Everything we have heard from the Prime Minister we heard again in an abbreviated form for which the Governor-General apologised. He did not express all the promises given by the Prime Minister, but only certain of them, in order to keep his speech to a tolerable length. He did not go through the history. He started off by saying:
This 32nd Parliament assembles following a general election in which the people of Australia have again returned my Government with a substantial majority.
Of course, whilst one could claim that that was the case in relation to the number of seats, it was not the case in the vote overall. The return showed very little difference between Labor and Liberal. If we take into account the votes cast against the Government for the other parties it is questionable whether the Government has a majority. It would be more true to say - we accept this fact - that the people of Australia have returned the Government with a reduced majority. That is the position today. The Government has a reduced majority. As it has a majority - whatever numbers it has - we recognise its right to govern. The Governor-General then went on to refer to unemployment and youth. He stated:
In recent years, and for a number of reasons, the question of jobs for young people has emerged as a crucial one, not only in Australia but in virtually all Western countries.
But where in the Speech does he say what the Government will do about the matter? There is some mention of training to promote youth employment. But why do we train men, at a cost, for jobs which are not available? Whilst Senator Davidson gave us some figures of the number of people who have been engaged within six months of completion of training, he did not indicate whether they were engaged in the jobs for which they were trained or whether they were engaged in some other occupation. But we do know that every subsidised training scheme that has been in operation in industry has resulted in the replacement of the established labour force by those whom the Government subsidises. We cannot say that we are achieving anything towards reducing unemployment by simply training more people for jobs that are not available. The GovernorGeneral continued:
During 1981 my Government will take action to place increased emphasis on employment and training schemes.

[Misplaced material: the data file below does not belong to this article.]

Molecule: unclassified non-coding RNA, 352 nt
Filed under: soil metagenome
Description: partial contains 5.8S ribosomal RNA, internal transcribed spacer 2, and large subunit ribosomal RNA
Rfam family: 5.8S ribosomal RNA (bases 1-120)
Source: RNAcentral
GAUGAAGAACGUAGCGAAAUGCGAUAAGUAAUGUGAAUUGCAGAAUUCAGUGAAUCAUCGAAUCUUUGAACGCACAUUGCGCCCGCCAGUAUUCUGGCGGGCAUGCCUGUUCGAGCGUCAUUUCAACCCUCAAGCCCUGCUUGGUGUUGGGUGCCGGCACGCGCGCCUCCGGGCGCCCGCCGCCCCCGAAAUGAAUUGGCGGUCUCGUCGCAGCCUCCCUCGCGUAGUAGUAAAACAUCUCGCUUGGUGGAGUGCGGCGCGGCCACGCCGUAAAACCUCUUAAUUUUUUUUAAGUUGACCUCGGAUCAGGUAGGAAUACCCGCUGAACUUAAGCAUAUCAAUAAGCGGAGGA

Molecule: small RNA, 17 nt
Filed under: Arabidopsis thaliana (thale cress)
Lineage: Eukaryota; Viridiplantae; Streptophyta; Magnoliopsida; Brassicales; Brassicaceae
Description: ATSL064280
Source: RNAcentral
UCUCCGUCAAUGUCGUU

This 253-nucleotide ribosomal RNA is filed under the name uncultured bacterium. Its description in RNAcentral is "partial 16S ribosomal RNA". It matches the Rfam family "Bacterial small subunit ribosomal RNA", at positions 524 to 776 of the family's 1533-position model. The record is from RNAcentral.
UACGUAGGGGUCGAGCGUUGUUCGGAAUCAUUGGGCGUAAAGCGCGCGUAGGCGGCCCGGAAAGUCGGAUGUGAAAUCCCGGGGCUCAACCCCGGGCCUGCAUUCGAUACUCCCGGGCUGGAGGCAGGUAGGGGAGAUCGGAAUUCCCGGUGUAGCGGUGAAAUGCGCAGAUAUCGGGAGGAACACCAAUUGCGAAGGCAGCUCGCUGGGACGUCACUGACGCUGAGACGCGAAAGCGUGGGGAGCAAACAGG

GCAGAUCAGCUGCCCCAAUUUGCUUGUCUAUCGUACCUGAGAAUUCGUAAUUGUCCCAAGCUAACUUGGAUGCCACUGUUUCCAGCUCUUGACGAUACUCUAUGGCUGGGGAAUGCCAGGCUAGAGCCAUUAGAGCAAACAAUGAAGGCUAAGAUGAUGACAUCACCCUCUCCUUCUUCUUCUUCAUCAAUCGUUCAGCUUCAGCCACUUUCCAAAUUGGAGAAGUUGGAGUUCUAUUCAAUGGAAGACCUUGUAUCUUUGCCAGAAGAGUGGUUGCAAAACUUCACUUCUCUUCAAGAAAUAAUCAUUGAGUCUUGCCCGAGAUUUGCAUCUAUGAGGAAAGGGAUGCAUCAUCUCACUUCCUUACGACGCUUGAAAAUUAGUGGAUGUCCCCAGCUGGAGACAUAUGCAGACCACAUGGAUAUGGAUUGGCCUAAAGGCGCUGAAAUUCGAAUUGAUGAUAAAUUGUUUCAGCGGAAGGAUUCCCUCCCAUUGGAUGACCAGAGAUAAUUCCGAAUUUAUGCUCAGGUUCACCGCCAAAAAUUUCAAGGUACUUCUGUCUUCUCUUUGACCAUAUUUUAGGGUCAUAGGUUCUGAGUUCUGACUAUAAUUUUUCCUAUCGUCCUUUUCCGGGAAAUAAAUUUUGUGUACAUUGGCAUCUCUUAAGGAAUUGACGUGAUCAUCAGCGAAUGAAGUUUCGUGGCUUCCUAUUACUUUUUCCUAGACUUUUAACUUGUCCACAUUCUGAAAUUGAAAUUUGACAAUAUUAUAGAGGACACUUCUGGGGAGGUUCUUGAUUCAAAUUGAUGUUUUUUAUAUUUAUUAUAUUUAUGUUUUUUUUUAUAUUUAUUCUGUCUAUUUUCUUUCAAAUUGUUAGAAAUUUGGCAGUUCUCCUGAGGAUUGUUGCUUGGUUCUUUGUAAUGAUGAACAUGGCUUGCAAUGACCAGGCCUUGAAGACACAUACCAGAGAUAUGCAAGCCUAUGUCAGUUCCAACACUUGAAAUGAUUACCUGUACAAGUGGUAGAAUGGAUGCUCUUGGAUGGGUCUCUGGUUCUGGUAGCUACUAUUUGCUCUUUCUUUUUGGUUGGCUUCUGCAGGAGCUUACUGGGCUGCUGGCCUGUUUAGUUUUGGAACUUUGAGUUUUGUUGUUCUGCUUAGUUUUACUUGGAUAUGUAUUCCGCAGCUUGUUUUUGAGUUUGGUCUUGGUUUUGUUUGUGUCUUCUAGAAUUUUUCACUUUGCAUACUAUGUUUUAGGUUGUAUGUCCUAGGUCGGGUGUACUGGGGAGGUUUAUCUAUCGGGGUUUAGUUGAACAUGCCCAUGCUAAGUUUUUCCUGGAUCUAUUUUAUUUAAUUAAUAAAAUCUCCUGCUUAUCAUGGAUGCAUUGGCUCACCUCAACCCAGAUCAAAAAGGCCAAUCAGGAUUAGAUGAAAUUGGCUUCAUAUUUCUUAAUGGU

As I have said, there is to be no creation of jobs. Further on the Governor-General stated: lt is evident in the programs developed in the context of the International Year of Disabled Persons 1981 to assist the education of severely handicapped children and to increase employment opportunities for the disabled. lt is evident in the commitment to improve aboriginal health standards.
Now, where is this commitment? This year there is an increased allocation for Aboriginal health as compared with 1979, when the allocation was reduced from the figure provided in 1975. We have been denying funds for the improvement of Aboriginal health. We reduced the commitment to Aboriginal health in 1979. This election year we are giving a greater allocation and it is to be accepted as a commitment to Aboriginal health. But again, there is no suggestion of any proposal on how to do it. The improvement of the health of Aboriginals is not only a question of money but also a question of housing, location and satisfaction. This is the humorous passage: lt is evident in the commitment to encourage excellence in a number of fields- for example, to provide greater support and improved facilities for research, to encourage the arts and to provide greater opportunity for young Australian athletes.
My word, the Prime Minister provided those opportunities when he took the federal grant away from the Australian Olympic Federation and when he would not let our athletes compete in the worldwide competition for athletes.
– He still sold his wool over there, though.
– What does it matter whether or not Fraser sold his wool? He permitted the sale of Australian wool to clothe Soviet troops. It does not matter whether it was his wool or someone else’s wool. He would not put any restriction on the sale of wool and he put only a partial restriction on the sale of wheat to Russia, but he stopped the athletes from going there. On the question of research, which is of interest, we see in today’s newspaper that the Australian National University must close down important areas of research because of lack of money. Possibly this is the greatest research institution we have and it has to decide whether to close its biggest section or whether to close down some minor sections in which the financial commitment is not so great. What is the excuse for this?
Today I asked a question about Radium Hill. The figures I produced showed that some 25 per cent of miners there had either died from or had lung cancer. That percentage is far in excess of the Australian average. I am told by the Minister for